Established by decree of Worcester City Council in 2017, the new Elgar Festival comes to life this year with Kenneth Woods assuming the role of Artistic Director and the English Symphony Orchestra (ESO) becoming Orchestra-in-Residence. Held during the weekend closest to Elgar’s birthdate (2nd June 1857), from Friday 1st June – Sunday 3rd June 2018, the Festival combines orchestral, chamber, vocal and choral concerts with exhibits and lectures to celebrate the life and music of Sir Edward Elgar at various venues in his hometown of Worcester. The Elgar Festival brings together leading local arts and educational organisations with an array of internationally renowned guest artists, placing the music of Worcester’s most famous son alongside that of his contemporaries and some of today’s leading composers and arrangers.
“Our region has seen many celebrations of Elgar’s legacy over the years, including recent projects such as the 2015 Elgar Pilgrimage organised by the ESO,” says ESO Artistic Director Kenneth Woods. “However, this new festival marks the first time such an occasion has been organised with the official endorsement of the City of Elgar’s birth, and brings together a consortium of diverse and promising partners and stakeholders including the Elgar Birthplace, the Elgar Society, the City of Worcester, Worcester Live and an array of educational and performing institutions. We hope it will become the festival that one of Britain’s greatest composers has always deserved.”
Musical proceedings get underway on Friday 1st June, when the Elgar School of Music hosts a programme of Elgar’s vocal works performed by Worcester-based soprano Erika Mädi Jones, South African tenor Wilhelm Theunissen, pianist and Head of the Elgar School Janine Parsons and students of the Elgar School. Featured songs include Like to the Damask Rose, Rondel, A War Song and In the Dawn, many of which had their premiere in Worcester’s Crown Hotel.
On Saturday 2nd June 2018, English Symphony Orchestra leader Zoë Beyers and colleague’s violinist Kate Suthers, violist Catherine Marwood and cellist Victoria Simonsen present an afternoon concert of string quartets, featuring Elgar with David Matthews, one of today’s foremost proponents of his forbearer’s music. Part of the ESO’s year-long ‘David Matthews at 75’ celebrations, the programme includes the world premiere of Matthews’ string quartet arrangement of Elgar’s Sospiri, Matthew’s own String Quartet No. 6, and Elgar’s String Quartet.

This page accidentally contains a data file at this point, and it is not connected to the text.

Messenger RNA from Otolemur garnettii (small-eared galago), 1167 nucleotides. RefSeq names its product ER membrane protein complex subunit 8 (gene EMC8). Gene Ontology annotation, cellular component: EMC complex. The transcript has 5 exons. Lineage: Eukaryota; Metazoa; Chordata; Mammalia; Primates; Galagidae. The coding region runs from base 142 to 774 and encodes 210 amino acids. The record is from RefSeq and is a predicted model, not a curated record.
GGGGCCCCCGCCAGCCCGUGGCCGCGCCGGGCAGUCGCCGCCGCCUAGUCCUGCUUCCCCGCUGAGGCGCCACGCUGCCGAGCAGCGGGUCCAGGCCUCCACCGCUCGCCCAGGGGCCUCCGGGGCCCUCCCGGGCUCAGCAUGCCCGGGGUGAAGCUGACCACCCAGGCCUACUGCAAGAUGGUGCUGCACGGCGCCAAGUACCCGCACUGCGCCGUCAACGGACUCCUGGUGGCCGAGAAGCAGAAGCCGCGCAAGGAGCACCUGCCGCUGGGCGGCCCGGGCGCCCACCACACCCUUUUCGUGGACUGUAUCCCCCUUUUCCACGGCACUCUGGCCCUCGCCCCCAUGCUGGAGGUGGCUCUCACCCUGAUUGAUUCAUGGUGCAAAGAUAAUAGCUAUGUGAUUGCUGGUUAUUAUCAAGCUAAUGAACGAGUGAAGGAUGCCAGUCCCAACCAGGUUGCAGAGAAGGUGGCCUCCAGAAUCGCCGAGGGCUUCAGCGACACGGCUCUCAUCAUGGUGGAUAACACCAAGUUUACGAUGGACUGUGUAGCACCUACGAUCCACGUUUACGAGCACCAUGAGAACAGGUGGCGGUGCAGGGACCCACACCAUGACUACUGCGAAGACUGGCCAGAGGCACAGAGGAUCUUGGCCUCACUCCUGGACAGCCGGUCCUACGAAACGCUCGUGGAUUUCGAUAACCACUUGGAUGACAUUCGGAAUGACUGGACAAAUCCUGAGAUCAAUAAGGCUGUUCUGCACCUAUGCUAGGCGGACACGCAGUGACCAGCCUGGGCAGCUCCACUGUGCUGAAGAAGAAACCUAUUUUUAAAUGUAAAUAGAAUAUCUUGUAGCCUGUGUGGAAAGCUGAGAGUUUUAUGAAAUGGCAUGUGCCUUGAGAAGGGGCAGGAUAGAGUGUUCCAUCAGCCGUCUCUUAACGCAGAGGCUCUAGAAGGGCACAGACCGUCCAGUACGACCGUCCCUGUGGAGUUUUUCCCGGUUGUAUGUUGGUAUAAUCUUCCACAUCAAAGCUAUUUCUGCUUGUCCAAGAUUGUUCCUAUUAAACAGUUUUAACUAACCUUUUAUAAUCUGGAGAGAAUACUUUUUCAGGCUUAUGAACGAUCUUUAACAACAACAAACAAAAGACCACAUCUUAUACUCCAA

David Matthews’ orchestration of Elgar’s String Quartet is at the heart of the Elgar Festival’s Gala Concert, which takes place on the evening of Saturday 2nd June at Worcester Cathedral, with Kenneth Woods conducting the English String Orchestra. The programme also includes Elgar’s Introduction and Allegro and Vaughan Williams’ Oboe Concerto featuring soloist Nicholas Daniel. Carrying on the orchestration and arrangement theme, Woods and the ESO will perform Donald Fraser’s Songs for Strings, arrangements of four Elgar songs for string orchestra.
“Elgar’s music has been a lifelong source of inspiration and fascination for me,” says Woods, “and I think the powerful and poignant ways in which Donald Fraser and David Matthews have responded to Elgar’s originals in these arrangements says a lot about how his music continues to challenge and excite composers today.”
The Elgar Festival ends as it began, with vocal music. On Sunday 3rd June, The Elgar Chorale, directed by Malvern-born Piers Maxim, performs works by Elgar and his contemporaries Hubert Parry, Charles Stanford and Arthur Sullivan at ‘The Firs’, Elgar’s birthplace surrounded by the beauty of rural Worcestershire.
Spoken word also features in the Elgar Festival. On Friday 1st June, actor, playwright and Elgar Society member Peter Sutton will present ‘Pomp and Poetry Too’, a selection of poems interspersed with Elgar’s music at The Firs.
On Saturday 2nd June, David Matthews delivers the bi-annual A. T. Shaw Lecture presented by the Elgar Society and the Elgar Festival. His topic is “Elgar’s Voice,” in which he will explore two aspects of Elgar’s distinct voice – the public voice and the private voice. Among the works Matthews will discuss are In the South, Falstaff, the String Quartet (including his arrangement for string orchestra as well as the original), and Sospiri, one of the most personal of all of Elgar’s works.
Throughout the Festival, the Guildhall in central Worcester will have an exhibit of Elgar memorabilia on display on loan from prestigious private collections.
Plans for the 2019 Elgar Festival are already underway and will see an expanded portfolio of concerts, including a celebration of the centenary of the composition of Elgar’s Cello Concerto and the festival’s first oratorio night. In addition, the Worcester Repertory Company will stage Peter Sutton’s play, Alice and Elgar, at Worcester’s Swan Theatre.
For more information about the Elgar Festival please visit www.elgarfestival.org